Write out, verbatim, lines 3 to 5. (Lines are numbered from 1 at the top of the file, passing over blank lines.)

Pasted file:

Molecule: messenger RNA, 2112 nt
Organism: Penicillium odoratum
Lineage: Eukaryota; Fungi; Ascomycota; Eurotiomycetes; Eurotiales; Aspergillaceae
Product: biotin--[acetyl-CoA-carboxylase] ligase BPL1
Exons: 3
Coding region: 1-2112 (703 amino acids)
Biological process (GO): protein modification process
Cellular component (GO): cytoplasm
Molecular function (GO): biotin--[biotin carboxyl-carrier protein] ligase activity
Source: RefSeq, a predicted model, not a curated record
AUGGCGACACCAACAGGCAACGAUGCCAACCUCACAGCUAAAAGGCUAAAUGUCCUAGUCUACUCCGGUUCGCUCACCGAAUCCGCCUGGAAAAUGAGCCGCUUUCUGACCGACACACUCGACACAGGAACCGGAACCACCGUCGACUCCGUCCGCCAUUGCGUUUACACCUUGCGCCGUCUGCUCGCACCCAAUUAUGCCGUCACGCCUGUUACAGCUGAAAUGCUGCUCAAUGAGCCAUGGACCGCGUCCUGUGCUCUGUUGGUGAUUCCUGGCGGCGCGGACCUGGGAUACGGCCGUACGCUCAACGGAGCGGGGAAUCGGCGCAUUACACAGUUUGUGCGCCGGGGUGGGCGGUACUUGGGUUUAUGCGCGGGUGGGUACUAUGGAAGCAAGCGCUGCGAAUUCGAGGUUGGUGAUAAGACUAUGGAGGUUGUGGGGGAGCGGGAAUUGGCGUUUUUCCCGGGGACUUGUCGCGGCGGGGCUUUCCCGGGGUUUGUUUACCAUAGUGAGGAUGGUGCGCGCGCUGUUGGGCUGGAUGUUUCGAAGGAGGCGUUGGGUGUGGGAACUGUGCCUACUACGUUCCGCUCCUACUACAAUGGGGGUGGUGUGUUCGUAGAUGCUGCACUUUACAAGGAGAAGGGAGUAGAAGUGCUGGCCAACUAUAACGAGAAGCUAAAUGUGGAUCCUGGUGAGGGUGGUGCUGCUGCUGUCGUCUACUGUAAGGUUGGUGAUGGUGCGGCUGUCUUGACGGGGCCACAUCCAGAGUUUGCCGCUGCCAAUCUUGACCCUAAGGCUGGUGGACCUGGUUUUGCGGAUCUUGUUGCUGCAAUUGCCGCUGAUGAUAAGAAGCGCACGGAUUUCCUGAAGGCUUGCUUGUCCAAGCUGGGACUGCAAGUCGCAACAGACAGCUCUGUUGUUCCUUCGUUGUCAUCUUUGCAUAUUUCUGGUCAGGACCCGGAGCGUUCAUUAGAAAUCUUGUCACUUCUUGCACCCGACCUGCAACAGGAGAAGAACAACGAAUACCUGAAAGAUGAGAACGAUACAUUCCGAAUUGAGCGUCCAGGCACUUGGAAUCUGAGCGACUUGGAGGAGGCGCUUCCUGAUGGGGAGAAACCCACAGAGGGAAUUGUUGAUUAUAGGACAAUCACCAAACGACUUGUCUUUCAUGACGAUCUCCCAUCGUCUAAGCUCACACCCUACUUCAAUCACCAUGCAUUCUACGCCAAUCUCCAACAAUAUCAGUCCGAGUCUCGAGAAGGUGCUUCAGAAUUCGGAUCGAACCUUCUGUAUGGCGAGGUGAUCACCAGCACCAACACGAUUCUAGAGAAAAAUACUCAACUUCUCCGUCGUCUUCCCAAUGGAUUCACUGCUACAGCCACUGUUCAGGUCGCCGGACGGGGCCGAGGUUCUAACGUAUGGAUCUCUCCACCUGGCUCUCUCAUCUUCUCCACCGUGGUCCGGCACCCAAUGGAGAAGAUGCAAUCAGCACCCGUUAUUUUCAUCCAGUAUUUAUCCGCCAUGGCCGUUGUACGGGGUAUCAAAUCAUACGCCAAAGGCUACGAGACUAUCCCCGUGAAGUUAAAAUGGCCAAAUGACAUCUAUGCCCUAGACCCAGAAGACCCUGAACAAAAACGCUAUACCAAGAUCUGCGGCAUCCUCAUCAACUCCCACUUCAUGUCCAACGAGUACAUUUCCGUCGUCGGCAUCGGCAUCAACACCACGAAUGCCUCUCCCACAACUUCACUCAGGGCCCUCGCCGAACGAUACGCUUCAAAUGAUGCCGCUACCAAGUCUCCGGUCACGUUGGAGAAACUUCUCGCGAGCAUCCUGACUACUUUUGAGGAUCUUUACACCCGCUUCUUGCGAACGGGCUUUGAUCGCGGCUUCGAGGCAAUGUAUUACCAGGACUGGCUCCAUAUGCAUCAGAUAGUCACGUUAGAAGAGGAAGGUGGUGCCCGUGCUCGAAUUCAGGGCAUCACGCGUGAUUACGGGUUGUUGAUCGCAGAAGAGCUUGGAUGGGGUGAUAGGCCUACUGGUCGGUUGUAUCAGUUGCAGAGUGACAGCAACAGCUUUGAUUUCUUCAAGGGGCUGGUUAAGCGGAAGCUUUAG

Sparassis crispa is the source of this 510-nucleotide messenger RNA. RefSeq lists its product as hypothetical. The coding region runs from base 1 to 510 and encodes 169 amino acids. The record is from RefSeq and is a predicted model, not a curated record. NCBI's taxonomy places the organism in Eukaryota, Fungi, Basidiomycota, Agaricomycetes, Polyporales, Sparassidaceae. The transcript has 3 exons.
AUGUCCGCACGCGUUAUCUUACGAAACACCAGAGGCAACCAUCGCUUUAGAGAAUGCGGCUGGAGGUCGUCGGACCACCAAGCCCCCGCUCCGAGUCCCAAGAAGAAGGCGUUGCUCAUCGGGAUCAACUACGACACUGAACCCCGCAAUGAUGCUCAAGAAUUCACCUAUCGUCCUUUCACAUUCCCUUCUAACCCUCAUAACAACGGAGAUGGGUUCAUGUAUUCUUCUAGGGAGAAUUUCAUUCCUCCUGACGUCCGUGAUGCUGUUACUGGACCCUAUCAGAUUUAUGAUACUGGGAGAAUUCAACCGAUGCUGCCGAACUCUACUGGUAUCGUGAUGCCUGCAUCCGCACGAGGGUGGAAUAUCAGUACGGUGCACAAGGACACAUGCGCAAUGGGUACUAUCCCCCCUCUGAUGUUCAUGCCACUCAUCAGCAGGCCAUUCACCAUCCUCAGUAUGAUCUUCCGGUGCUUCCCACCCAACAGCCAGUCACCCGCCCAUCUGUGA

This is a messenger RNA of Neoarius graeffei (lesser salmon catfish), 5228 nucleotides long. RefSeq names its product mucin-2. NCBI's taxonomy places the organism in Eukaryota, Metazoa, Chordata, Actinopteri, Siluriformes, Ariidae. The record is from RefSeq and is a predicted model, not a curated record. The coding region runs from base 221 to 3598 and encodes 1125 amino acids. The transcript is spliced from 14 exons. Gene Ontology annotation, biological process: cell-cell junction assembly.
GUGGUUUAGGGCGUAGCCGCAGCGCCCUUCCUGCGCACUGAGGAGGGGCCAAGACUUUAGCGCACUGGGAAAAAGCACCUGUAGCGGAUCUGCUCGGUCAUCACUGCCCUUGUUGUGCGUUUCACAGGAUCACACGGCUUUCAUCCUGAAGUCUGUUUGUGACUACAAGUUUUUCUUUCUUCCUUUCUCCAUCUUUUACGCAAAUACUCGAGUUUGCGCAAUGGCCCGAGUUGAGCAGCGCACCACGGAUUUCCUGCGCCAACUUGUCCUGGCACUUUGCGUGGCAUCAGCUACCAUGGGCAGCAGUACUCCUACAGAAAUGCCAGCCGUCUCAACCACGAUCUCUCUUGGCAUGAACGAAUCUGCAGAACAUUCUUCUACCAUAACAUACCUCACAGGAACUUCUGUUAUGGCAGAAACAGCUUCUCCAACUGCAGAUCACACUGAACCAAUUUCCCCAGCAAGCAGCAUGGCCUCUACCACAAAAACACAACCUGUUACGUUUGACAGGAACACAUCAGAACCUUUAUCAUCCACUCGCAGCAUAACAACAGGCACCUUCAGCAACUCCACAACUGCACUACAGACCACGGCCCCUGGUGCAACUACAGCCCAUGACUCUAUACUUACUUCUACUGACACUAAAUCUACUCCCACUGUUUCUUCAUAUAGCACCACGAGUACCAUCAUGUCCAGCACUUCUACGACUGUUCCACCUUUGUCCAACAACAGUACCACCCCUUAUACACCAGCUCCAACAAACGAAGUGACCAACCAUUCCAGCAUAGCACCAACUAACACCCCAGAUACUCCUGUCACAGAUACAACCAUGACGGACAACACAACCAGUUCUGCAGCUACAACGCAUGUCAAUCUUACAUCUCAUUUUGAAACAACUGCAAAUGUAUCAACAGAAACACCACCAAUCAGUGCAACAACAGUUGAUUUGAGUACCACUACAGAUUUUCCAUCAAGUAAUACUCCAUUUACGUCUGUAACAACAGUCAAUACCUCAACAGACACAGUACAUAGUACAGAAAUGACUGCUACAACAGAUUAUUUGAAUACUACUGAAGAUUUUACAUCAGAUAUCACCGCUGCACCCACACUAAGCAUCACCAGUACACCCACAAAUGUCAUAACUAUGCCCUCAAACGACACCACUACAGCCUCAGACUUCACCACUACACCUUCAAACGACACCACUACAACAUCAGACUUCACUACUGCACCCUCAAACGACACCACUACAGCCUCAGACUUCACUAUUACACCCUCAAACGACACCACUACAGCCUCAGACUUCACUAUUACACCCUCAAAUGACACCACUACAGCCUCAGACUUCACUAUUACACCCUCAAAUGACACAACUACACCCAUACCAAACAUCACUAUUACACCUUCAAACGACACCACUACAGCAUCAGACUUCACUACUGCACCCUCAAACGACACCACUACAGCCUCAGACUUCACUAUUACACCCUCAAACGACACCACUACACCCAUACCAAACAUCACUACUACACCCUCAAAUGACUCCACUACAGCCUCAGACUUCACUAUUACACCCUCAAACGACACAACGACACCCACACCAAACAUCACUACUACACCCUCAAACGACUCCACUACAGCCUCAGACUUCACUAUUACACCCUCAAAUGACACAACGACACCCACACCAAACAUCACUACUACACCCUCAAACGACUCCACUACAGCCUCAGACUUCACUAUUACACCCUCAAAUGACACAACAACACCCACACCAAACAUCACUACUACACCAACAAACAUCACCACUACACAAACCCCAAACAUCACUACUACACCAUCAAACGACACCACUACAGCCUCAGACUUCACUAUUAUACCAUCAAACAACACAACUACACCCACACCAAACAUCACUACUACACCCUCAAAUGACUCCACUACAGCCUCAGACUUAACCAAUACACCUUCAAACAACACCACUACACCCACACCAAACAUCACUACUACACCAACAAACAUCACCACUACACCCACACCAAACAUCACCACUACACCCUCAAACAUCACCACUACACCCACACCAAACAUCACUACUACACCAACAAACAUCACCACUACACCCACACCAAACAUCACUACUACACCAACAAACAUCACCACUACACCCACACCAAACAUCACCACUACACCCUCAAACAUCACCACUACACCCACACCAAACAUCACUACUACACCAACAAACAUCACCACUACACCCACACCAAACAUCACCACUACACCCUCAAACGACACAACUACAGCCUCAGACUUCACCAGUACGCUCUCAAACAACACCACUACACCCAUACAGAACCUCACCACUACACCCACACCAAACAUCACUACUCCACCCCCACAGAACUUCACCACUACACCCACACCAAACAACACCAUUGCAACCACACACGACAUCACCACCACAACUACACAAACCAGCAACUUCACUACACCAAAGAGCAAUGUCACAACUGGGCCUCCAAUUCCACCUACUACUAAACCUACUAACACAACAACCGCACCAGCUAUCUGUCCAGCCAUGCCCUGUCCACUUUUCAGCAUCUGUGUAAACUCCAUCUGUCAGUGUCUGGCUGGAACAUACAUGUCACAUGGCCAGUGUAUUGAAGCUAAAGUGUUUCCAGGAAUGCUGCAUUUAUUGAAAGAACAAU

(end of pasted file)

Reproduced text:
Lineage: Eukaryota; Fungi; Ascomycota; Eurotiomycetes; Eurotiales; Aspergillaceae
Product: biotin--[acetyl-CoA-carboxylase] ligase BPL1
Exons: 3